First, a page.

When their father is sent away, they and their mother move to a new house that is much smaller, which is near to the railway. The children soon get into the habit of sending their love to their father, who is in London, through the trains which pass through their little station. This book chronicles their various adventures connected to the railroad.
It's hard to summarize the plot of this book, as it's written from the perspective of the three children, who naturally don't understand everything, but in general it covers the adventures of the children, which range from befriending a Russian author to saving a boy in a railway tunnel with a broken leg. When their father must leave, the children and their mother (who is never named), move away from their London house and move to the countryside, to a very small house where they must be "poor." Throughout the story, the plot of the children's father ties the various adventures together.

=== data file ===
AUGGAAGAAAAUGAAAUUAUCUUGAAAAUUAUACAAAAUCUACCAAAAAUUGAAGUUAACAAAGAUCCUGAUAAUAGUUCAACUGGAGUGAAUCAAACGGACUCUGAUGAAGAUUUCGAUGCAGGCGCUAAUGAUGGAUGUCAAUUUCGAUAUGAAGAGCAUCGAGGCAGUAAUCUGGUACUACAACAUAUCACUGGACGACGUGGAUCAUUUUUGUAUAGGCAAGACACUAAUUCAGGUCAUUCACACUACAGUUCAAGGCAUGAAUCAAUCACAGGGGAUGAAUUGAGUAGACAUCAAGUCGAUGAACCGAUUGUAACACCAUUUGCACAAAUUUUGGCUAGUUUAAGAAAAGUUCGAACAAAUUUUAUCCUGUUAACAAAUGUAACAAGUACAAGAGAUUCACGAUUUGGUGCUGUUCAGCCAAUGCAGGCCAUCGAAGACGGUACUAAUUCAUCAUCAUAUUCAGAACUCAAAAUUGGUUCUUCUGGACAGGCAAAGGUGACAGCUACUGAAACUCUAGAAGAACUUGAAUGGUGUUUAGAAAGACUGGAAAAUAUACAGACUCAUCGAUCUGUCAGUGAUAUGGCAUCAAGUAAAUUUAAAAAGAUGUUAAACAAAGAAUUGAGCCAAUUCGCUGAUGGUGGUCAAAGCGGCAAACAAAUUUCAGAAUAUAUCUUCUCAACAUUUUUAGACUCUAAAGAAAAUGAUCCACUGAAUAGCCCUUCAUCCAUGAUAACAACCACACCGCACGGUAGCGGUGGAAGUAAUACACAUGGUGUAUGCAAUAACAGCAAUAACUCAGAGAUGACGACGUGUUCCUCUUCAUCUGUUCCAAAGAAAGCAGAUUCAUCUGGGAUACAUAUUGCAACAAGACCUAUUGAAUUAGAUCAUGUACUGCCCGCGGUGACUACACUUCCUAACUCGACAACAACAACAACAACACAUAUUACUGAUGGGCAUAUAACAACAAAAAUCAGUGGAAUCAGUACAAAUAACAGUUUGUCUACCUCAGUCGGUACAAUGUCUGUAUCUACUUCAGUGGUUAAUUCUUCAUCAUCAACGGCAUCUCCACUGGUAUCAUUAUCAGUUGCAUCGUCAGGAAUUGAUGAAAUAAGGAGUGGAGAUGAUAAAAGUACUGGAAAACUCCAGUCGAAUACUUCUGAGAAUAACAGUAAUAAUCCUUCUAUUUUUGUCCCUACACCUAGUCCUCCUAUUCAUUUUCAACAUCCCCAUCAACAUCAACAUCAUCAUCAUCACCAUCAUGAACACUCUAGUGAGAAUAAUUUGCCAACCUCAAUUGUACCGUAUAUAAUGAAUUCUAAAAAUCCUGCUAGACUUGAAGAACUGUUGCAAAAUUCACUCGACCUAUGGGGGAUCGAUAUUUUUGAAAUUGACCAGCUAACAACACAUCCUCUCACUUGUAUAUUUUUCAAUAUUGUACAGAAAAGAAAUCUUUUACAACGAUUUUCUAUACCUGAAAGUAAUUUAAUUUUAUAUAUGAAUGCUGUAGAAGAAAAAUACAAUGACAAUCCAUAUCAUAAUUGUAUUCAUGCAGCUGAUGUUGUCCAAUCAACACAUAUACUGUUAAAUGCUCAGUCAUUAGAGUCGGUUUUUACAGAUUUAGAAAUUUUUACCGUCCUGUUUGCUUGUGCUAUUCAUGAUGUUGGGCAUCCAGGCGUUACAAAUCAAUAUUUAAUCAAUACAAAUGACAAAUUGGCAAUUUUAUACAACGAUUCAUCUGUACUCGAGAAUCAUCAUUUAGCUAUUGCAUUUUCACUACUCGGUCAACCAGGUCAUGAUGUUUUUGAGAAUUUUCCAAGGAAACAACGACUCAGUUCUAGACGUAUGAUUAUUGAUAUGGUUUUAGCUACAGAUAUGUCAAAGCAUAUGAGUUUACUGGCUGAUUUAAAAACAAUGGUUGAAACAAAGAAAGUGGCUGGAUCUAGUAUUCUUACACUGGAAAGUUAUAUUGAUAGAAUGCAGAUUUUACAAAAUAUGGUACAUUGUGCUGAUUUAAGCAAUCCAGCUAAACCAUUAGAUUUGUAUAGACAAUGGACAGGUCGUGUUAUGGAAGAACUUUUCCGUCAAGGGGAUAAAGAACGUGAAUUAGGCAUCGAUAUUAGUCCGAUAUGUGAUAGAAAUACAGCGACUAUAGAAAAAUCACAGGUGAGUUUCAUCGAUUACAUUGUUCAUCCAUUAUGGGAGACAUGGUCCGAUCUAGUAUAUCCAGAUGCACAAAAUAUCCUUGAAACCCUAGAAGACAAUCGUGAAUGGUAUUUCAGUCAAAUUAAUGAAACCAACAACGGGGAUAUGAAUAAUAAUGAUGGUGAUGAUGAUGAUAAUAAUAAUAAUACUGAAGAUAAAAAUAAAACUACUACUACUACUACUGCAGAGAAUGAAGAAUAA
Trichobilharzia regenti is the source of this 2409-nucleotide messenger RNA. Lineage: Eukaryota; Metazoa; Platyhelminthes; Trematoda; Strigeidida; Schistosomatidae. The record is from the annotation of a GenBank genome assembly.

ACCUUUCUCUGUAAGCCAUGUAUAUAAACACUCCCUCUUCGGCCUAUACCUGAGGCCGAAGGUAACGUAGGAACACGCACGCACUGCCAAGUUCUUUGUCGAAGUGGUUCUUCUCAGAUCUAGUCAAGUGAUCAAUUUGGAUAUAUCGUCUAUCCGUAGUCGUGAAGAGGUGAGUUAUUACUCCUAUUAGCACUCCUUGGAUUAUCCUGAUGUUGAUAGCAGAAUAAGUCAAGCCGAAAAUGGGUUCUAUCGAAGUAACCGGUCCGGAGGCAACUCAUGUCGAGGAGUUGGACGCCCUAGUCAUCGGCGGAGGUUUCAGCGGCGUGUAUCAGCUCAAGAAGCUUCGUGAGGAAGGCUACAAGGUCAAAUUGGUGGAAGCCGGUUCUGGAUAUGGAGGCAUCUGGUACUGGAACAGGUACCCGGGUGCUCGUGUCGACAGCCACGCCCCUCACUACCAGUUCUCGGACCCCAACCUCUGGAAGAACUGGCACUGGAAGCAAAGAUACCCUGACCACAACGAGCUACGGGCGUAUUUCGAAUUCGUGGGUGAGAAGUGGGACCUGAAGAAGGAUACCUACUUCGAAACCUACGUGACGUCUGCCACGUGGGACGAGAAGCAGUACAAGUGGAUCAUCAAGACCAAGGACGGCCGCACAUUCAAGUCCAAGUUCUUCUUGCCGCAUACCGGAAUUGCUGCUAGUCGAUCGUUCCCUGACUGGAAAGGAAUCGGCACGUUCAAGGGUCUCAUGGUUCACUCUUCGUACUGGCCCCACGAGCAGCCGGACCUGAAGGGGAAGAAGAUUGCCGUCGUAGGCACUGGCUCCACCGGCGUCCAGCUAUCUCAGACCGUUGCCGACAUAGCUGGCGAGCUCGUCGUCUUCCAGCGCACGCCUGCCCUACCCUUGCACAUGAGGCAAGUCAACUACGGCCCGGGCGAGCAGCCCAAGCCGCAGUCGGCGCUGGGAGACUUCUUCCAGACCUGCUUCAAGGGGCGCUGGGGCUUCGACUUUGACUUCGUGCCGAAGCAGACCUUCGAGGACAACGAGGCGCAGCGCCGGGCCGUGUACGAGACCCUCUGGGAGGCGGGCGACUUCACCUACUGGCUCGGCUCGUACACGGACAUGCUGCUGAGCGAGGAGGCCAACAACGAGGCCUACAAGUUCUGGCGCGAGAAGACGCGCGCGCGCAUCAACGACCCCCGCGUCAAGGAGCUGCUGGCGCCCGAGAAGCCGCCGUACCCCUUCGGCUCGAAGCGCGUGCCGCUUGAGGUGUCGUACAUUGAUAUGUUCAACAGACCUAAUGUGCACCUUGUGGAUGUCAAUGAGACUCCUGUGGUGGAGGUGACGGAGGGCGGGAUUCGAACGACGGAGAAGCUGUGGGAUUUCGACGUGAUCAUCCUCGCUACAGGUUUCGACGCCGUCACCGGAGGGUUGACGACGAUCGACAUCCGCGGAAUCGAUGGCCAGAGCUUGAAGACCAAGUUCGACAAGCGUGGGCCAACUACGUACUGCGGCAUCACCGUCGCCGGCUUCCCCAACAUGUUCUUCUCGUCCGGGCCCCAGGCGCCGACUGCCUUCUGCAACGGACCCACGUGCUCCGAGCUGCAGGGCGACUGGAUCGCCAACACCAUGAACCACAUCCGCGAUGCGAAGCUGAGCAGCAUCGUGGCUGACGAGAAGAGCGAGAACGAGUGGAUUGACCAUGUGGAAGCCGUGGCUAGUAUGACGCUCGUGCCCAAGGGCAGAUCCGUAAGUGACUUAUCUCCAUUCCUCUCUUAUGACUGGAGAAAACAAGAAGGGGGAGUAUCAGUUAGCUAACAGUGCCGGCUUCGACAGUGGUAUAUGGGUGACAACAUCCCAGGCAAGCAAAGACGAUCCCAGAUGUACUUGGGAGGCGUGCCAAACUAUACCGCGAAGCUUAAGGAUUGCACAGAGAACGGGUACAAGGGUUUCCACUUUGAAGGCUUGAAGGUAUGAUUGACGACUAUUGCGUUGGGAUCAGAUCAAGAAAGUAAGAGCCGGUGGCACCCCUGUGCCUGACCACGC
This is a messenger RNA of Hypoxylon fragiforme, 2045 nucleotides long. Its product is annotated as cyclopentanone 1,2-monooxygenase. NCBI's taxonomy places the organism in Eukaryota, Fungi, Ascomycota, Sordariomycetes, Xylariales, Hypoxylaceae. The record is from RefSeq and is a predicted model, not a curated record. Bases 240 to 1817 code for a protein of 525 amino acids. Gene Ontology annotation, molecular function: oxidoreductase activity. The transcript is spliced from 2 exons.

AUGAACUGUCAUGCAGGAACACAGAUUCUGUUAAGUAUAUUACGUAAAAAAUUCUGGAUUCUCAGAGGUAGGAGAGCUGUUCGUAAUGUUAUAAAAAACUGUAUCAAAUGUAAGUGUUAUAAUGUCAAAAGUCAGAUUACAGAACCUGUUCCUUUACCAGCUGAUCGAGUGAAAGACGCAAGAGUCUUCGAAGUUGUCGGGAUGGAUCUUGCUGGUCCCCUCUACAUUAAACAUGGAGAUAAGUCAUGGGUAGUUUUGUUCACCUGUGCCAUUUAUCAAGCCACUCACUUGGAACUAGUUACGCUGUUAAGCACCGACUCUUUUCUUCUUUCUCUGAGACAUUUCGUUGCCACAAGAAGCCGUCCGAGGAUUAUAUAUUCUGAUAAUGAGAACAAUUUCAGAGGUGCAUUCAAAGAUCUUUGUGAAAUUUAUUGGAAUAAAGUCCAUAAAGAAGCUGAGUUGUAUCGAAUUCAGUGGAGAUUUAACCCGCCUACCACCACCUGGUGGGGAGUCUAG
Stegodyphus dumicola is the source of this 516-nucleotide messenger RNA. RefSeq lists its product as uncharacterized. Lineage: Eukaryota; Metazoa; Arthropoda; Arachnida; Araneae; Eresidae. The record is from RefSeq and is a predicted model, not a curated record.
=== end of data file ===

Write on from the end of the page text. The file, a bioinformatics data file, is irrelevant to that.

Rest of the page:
Edith Nesbit's forte is definitely description. Her characters are flat, and her plots are simple; the book is really a collection of short stories, but her description is interesting and fun to read. The art of actual writing is truly mastered in this book. Of course, the book is interesting - just a little different having been written a century ago. Overall, The Railway Children is a delightful read and one that I found I still enjoyed even after ten years since I'd read it last. I recommend it if you're looking for a quick read.